Video surveillance footage shows the Santa Clara teen shortly after 1 a.m. Sunday on the airfield, walking on the tarmac and near airplanes in fenced and guarded areas, according to a law enforcement official briefed on the investigation.
FBI Spokesman Tom Simon said the teen fell asleep in the plane before its 8 a.m. takeoff.
High altitude and low temperatures knocked him out during the 5 1/2-hour flight; he didn't regain consciousness until an hour after the plane landed in Hawaii, Simon said. Medical experts have said the boy may have survived the subzero temperatures and thin air of the plane's 38,000-foot cruising altitude because his body went into a hibernation-like state.
When the landing gear of a Boeing 767 retracts, there is little room to maneuver in the wheel well. The boy would have had to curl up in the fetal position or crouch down the entire time. And there is no way to get into the main cabin or luggage compartment without removing large pieces of the aircraft's interior, said Jon Day, general manager of Southern California Aviation, a maintenance yard in Victorville, Calif., that handles commercial jets.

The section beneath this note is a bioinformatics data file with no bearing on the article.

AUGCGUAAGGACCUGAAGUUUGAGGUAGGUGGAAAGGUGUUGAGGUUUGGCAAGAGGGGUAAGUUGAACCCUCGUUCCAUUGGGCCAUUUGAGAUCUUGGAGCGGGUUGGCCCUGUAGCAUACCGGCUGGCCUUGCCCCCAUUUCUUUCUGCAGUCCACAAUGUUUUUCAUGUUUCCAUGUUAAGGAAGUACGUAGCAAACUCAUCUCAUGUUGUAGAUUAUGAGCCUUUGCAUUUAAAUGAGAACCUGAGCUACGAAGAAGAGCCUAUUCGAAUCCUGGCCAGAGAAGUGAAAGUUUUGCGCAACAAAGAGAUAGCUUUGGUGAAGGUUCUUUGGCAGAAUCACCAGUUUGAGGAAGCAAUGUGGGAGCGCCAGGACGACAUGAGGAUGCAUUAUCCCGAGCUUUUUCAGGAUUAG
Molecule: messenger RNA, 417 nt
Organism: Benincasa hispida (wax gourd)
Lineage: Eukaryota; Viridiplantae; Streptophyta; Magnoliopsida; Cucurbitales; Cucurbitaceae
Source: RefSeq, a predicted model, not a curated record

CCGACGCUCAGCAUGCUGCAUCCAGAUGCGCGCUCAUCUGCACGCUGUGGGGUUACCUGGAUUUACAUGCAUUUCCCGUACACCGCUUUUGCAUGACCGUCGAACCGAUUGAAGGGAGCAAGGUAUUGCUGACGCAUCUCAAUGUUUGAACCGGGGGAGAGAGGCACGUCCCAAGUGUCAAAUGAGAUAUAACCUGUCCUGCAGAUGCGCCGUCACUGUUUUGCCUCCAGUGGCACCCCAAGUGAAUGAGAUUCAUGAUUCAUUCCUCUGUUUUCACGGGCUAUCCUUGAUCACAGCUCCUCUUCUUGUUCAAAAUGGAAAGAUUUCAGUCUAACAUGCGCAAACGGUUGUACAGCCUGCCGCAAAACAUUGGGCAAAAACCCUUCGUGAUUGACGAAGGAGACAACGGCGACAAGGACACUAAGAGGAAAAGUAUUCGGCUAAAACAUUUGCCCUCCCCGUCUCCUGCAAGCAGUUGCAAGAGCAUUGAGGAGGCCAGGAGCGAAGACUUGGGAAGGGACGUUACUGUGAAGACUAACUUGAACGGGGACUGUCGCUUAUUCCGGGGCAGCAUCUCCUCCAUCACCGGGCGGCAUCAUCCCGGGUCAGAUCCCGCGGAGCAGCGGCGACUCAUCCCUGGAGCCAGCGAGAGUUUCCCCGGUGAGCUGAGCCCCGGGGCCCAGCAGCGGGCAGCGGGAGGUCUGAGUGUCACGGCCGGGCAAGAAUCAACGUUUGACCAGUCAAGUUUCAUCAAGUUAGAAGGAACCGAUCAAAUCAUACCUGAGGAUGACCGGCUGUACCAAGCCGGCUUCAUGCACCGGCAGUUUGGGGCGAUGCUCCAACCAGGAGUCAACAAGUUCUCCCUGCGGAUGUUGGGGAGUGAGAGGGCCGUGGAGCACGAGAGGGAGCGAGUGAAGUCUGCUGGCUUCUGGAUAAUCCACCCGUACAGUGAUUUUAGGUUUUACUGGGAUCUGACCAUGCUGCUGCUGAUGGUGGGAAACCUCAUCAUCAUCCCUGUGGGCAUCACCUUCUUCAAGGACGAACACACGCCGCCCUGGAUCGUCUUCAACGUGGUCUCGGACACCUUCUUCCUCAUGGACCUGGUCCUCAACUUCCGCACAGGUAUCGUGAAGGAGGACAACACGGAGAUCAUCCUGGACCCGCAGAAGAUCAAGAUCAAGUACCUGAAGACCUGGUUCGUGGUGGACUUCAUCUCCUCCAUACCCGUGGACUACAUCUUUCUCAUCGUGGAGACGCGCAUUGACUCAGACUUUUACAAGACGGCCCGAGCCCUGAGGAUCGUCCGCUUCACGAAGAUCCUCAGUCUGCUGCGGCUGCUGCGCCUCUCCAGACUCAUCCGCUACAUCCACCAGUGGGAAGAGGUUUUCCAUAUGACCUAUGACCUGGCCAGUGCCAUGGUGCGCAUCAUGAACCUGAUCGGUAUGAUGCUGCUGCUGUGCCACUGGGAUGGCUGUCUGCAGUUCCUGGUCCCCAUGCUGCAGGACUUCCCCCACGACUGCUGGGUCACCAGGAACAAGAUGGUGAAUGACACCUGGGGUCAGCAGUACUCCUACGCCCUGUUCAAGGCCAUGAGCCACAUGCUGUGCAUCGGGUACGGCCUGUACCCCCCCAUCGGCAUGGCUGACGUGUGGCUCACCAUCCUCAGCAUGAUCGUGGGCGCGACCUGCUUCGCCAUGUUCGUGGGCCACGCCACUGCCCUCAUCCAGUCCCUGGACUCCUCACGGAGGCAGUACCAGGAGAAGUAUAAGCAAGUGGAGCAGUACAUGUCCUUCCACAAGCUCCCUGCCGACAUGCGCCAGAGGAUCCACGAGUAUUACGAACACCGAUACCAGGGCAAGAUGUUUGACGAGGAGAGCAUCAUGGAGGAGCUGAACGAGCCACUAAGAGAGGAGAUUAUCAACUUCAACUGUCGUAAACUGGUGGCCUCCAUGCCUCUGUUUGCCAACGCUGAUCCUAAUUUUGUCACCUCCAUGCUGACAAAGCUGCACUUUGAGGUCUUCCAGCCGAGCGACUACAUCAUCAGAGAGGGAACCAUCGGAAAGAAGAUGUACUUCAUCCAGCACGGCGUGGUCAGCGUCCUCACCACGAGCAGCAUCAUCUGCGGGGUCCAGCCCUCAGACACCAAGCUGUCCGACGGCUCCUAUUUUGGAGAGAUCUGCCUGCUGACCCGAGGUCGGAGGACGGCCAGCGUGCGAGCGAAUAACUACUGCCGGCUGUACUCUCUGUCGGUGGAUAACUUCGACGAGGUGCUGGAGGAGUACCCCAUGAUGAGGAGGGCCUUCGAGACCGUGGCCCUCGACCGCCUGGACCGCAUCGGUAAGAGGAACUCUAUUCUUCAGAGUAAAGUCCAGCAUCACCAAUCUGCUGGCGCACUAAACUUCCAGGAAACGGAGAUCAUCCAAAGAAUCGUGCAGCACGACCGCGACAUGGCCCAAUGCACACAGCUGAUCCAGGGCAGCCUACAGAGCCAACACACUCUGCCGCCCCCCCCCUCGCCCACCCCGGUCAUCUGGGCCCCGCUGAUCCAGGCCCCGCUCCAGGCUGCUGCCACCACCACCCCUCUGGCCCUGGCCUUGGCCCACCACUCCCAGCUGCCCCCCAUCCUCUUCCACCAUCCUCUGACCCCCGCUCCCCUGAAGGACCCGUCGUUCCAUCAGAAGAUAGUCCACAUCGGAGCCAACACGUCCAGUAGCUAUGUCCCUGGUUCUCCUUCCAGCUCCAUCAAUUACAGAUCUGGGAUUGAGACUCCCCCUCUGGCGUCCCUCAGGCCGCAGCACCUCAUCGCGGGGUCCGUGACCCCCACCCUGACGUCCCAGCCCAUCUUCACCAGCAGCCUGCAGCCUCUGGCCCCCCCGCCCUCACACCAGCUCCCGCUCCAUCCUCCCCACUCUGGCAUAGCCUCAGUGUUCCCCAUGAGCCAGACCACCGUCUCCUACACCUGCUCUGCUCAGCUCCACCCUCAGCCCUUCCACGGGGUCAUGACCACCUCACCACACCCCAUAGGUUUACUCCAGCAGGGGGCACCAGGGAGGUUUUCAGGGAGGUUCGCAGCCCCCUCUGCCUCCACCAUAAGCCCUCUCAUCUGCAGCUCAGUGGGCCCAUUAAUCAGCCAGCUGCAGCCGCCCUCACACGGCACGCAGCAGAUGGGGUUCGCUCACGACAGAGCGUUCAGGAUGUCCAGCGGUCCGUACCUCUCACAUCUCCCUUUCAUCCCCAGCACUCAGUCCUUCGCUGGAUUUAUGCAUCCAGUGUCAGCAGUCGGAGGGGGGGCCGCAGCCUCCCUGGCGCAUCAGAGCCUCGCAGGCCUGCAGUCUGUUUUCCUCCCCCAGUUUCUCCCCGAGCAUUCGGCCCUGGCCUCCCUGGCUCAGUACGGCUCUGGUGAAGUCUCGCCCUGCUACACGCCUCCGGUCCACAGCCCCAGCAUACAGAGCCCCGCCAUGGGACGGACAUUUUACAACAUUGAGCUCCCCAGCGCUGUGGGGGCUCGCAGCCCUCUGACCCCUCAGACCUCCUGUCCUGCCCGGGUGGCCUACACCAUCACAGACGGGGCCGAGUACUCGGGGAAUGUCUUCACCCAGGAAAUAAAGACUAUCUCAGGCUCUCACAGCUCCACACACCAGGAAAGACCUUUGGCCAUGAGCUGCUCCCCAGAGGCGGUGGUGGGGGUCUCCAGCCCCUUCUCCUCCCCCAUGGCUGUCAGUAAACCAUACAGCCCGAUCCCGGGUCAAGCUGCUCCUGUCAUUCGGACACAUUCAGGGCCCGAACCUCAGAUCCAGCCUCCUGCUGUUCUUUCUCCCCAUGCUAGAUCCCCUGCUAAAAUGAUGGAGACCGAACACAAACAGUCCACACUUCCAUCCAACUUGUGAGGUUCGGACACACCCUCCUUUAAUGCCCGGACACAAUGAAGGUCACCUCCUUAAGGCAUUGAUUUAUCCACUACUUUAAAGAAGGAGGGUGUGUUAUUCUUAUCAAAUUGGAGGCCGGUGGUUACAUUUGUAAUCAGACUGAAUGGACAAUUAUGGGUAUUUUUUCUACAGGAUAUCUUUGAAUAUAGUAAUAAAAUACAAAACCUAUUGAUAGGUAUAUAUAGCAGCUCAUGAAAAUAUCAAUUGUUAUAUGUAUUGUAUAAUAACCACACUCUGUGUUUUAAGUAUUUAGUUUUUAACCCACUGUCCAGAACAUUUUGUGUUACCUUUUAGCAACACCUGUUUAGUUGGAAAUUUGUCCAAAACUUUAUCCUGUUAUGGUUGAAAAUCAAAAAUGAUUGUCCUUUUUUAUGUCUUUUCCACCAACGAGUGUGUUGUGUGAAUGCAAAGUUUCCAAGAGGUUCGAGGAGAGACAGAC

The incident "raises serious concerns affecting passenger safety," said U.S. Rep. Eric Swalwell, D-Calif., who is asking the Government Accountability Office to assess airport perimeter safety nationwide.
The teen was resting in a hospital Tuesday and was set to return to San Jose. He was not expected to be charged with a crime.
The FAA says about one-quarter of the 105 stowaways who have sneaked aboard flights worldwide since 1947 have survived. Some wheel-well stowaways survived deadly cold and a lack of oxygen because their breathing, heart rate and brain activity slow down.
The Associated Press contributed to this report.